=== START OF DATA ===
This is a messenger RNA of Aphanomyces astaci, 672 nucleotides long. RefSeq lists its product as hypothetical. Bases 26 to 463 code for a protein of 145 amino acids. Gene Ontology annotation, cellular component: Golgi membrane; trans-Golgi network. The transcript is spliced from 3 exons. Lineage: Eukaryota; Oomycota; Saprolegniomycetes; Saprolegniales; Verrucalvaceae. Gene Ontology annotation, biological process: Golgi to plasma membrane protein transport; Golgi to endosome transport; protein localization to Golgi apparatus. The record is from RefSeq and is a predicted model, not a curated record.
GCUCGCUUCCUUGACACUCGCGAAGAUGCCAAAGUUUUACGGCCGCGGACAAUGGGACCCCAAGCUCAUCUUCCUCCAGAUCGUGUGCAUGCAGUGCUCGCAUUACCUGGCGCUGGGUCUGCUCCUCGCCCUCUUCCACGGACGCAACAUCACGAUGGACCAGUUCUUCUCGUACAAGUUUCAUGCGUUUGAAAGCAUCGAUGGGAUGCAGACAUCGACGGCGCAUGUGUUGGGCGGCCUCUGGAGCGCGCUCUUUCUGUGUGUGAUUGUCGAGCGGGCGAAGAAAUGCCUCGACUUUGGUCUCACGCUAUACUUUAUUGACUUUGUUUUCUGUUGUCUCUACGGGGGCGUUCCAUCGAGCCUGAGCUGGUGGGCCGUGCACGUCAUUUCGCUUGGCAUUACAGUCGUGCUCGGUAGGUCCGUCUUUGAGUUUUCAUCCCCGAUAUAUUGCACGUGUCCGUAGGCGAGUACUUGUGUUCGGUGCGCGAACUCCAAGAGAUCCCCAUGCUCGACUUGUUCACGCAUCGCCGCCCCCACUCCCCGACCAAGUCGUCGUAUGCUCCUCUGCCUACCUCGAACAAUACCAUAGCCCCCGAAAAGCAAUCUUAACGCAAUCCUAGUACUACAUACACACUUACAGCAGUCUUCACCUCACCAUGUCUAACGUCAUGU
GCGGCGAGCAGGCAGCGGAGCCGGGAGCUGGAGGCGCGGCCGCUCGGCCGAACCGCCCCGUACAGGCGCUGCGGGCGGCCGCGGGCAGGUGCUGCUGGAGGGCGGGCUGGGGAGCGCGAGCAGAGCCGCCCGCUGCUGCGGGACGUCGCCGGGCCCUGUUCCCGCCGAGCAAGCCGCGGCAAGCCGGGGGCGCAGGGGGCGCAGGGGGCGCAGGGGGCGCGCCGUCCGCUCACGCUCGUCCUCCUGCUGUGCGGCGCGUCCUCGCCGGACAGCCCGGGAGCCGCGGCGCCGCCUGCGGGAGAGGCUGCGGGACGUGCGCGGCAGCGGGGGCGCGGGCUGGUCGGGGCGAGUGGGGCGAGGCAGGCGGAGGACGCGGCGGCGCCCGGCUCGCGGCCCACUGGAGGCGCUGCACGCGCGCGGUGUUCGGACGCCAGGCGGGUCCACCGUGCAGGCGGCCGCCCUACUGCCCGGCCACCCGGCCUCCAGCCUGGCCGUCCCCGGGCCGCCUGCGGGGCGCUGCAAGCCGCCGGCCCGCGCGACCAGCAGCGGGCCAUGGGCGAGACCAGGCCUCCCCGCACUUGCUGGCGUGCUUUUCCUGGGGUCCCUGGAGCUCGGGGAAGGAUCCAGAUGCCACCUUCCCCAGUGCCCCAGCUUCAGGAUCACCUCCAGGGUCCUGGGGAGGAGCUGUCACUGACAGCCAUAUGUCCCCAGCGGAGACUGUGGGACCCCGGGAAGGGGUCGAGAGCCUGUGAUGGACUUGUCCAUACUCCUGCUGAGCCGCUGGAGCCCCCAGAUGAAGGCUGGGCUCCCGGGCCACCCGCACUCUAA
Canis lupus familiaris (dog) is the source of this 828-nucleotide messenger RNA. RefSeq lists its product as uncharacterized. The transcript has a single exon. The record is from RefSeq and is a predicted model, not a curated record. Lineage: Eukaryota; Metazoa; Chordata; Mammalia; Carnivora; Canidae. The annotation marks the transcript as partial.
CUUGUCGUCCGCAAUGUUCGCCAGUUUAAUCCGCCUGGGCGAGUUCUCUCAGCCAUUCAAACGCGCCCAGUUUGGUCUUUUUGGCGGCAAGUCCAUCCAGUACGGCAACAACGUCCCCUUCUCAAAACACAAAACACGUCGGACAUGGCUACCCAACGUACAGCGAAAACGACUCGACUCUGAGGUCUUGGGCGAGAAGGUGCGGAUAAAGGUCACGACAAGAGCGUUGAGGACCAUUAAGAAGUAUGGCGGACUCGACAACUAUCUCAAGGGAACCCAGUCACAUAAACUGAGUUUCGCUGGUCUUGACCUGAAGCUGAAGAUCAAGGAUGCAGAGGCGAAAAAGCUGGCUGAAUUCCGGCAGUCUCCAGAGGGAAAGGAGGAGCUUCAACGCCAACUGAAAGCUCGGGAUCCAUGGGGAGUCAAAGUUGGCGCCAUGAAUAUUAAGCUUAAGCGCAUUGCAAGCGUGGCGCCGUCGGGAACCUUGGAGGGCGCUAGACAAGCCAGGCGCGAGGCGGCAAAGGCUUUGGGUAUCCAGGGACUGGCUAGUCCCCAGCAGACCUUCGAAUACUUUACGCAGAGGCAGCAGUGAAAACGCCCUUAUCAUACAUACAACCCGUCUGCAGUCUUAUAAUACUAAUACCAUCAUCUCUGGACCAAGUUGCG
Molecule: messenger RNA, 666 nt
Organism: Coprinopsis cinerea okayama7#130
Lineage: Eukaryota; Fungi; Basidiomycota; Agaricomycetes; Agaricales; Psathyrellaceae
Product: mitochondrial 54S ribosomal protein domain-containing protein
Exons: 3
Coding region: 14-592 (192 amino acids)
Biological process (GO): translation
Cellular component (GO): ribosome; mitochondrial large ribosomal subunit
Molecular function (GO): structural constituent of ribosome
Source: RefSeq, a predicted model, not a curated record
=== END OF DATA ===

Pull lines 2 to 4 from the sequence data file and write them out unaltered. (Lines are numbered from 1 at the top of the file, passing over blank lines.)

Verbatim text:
GCUCGCUUCCUUGACACUCGCGAAGAUGCCAAAGUUUUACGGCCGCGGACAAUGGGACCCCAAGCUCAUCUUCCUCCAGAUCGUGUGCAUGCAGUGCUCGCAUUACCUGGCGCUGGGUCUGCUCCUCGCCCUCUUCCACGGACGCAACAUCACGAUGGACCAGUUCUUCUCGUACAAGUUUCAUGCGUUUGAAAGCAUCGAUGGGAUGCAGACAUCGACGGCGCAUGUGUUGGGCGGCCUCUGGAGCGCGCUCUUUCUGUGUGUGAUUGUCGAGCGGGCGAAGAAAUGCCUCGACUUUGGUCUCACGCUAUACUUUAUUGACUUUGUUUUCUGUUGUCUCUACGGGGGCGUUCCAUCGAGCCUGAGCUGGUGGGCCGUGCACGUCAUUUCGCUUGGCAUUACAGUCGUGCUCGGUAGGUCCGUCUUUGAGUUUUCAUCCCCGAUAUAUUGCACGUGUCCGUAGGCGAGUACUUGUGUUCGGUGCGCGAACUCCAAGAGAUCCCCAUGCUCGACUUGUUCACGCAUCGCCGCCCCCACUCCCCGACCAAGUCGUCGUAUGCUCCUCUGCCUACCUCGAACAAUACCAUAGCCCCCGAAAAGCAAUCUUAACGCAAUCCUAGUACUACAUACACACUUACAGCAGUCUUCACCUCACCAUGUCUAACGUCAUGU
GCGGCGAGCAGGCAGCGGAGCCGGGAGCUGGAGGCGCGGCCGCUCGGCCGAACCGCCCCGUACAGGCGCUGCGGGCGGCCGCGGGCAGGUGCUGCUGGAGGGCGGGCUGGGGAGCGCGAGCAGAGCCGCCCGCUGCUGCGGGACGUCGCCGGGCCCUGUUCCCGCCGAGCAAGCCGCGGCAAGCCGGGGGCGCAGGGGGCGCAGGGGGCGCAGGGGGCGCGCCGUCCGCUCACGCUCGUCCUCCUGCUGUGCGGCGCGUCCUCGCCGGACAGCCCGGGAGCCGCGGCGCCGCCUGCGGGAGAGGCUGCGGGACGUGCGCGGCAGCGGGGGCGCGGGCUGGUCGGGGCGAGUGGGGCGAGGCAGGCGGAGGACGCGGCGGCGCCCGGCUCGCGGCCCACUGGAGGCGCUGCACGCGCGCGGUGUUCGGACGCCAGGCGGGUCCACCGUGCAGGCGGCCGCCCUACUGCCCGGCCACCCGGCCUCCAGCCUGGCCGUCCCCGGGCCGCCUGCGGGGCGCUGCAAGCCGCCGGCCCGCGCGACCAGCAGCGGGCCAUGGGCGAGACCAGGCCUCCCCGCACUUGCUGGCGUGCUUUUCCUGGGGUCCCUGGAGCUCGGGGAAGGAUCCAGAUGCCACCUUCCCCAGUGCCCCAGCUUCAGGAUCACCUCCAGGGUCCUGGGGAGGAGCUGUCACUGACAGCCAUAUGUCCCCAGCGGAGACUGUGGGACCCCGGGAAGGGGUCGAGAGCCUGUGAUGGACUUGUCCAUACUCCUGCUGAGCCGCUGGAGCCCCCAGAUGAAGGCUGGGCUCCCGGGCCACCCGCACUCUAA
Canis lupus familiaris (dog) is the source of this 828-nucleotide messenger RNA. RefSeq lists its product as uncharacterized. The transcript has a single exon. The record is from RefSeq and is a predicted model, not a curated record. Lineage: Eukaryota; Metazoa; Chordata; Mammalia; Carnivora; Canidae. The annotation marks the transcript as partial.